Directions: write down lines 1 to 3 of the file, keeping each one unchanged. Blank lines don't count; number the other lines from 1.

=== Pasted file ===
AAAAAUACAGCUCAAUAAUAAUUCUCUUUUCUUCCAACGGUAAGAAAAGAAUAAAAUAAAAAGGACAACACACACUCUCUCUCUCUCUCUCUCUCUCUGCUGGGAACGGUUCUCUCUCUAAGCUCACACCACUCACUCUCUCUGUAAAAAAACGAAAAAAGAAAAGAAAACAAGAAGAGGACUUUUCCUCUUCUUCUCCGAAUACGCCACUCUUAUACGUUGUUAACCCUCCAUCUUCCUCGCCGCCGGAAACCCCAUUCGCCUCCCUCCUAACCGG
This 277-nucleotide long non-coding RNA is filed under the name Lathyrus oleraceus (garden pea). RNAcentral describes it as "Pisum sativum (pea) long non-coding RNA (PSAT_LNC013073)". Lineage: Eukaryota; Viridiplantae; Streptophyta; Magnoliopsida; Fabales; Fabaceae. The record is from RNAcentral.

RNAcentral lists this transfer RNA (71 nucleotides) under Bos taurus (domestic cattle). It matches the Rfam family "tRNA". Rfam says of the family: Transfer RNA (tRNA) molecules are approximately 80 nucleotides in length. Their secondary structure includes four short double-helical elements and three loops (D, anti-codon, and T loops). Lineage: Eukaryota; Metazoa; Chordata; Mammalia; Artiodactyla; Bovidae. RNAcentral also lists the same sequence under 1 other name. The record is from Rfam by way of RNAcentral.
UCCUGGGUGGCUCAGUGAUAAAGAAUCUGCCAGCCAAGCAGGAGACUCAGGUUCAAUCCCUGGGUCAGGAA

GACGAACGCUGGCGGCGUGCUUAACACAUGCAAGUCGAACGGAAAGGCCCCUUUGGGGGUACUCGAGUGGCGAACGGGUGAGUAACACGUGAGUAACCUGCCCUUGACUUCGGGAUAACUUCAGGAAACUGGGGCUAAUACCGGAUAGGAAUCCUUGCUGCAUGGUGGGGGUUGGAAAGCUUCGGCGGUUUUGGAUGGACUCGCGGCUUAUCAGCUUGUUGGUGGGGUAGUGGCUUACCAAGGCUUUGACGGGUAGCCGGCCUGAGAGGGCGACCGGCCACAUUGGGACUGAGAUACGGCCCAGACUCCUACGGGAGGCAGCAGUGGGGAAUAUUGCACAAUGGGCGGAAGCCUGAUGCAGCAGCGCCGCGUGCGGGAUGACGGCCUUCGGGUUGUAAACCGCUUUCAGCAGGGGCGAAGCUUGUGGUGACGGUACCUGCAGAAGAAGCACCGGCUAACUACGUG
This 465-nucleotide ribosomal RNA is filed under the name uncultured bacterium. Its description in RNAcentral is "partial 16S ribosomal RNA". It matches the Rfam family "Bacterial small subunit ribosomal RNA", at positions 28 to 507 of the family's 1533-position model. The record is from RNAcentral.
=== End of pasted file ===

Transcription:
AAAAAUACAGCUCAAUAAUAAUUCUCUUUUCUUCCAACGGUAAGAAAAGAAUAAAAUAAAAAGGACAACACACACUCUCUCUCUCUCUCUCUCUCUCUGCUGGGAACGGUUCUCUCUCUAAGCUCACACCACUCACUCUCUCUGUAAAAAAACGAAAAAAGAAAAGAAAACAAGAAGAGGACUUUUCCUCUUCUUCUCCGAAUACGCCACUCUUAUACGUUGUUAACCCUCCAUCUUCCUCGCCGCCGGAAACCCCAUUCGCCUCCCUCCUAACCGG
This 277-nucleotide long non-coding RNA is filed under the name Lathyrus oleraceus (garden pea). RNAcentral describes it as "Pisum sativum (pea) long non-coding RNA (PSAT_LNC013073)". Lineage: Eukaryota; Viridiplantae; Streptophyta; Magnoliopsida; Fabales; Fabaceae. The record is from RNAcentral.

RNAcentral lists this transfer RNA (71 nucleotides) under Bos taurus (domestic cattle). It matches the Rfam family "tRNA". Rfam says of the family: Transfer RNA (tRNA) molecules are approximately 80 nucleotides in length. Their secondary structure includes four short double-helical elements and three loops (D, anti-codon, and T loops). Lineage: Eukaryota; Metazoa; Chordata; Mammalia; Artiodactyla; Bovidae. RNAcentral also lists the same sequence under 1 other name. The record is from Rfam by way of RNAcentral.